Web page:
He said "as a young corporal" he had stowed the explosive breach-loaded bags incorrectly, outside storage boxes, but things were now more "strict" and much more safety-conscious.

But in a statement to the MoD team, he had said: "To think those boys stowed those bag charges incorrectly is a little disappointing to be honest I would have thought they'd have known better.

Preston soldier died in explosion in tank while on training exercise
 

jrwlynch

LE
Book Reviewer
It is when the question is 'would you deviate from a drill if it would definitely result in an increased chance of survival?'. No rational person would answer no to that.
Is there any evidence that deviating from the drill increases the chance of survival? Or is this - back to the battlecruisers at Rosyth - rooted in a pious hope that if we can't achieve accuracy, we can at least deliver a "smothering fire" to "unsteady and blind" the foe, and circumventing all those tedious drills about flash protection will lead us to victory?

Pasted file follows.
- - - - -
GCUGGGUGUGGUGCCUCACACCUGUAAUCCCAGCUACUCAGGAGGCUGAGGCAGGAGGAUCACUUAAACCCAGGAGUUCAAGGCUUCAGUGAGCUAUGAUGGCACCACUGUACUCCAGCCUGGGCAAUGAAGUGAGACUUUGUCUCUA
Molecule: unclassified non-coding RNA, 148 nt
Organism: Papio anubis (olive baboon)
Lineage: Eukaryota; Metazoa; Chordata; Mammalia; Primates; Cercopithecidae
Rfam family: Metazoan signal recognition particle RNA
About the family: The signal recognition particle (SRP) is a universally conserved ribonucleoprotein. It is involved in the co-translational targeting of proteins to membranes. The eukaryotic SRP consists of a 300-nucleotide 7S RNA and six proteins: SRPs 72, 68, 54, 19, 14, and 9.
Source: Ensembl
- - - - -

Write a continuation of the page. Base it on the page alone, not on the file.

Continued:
Has anyone actually confirmed either the improvement in survivability, or the increase in risk, that this change produces?

Phrase the question as "would you deviate from a drill if doing so could get you and your crew killed for no provable advantage?" and see what the answer is then...

 
Is there any evidence that deviating from the drill increases the chance of survival?
Don't be silly we have a poster on here who's opinion trumps all other facts. Trouble is I don't think he has ever commanded a Challenger, commanded one on ops, commanded one in a 'tank battle' but has listened to someone bigging it up in the bar at Bovington.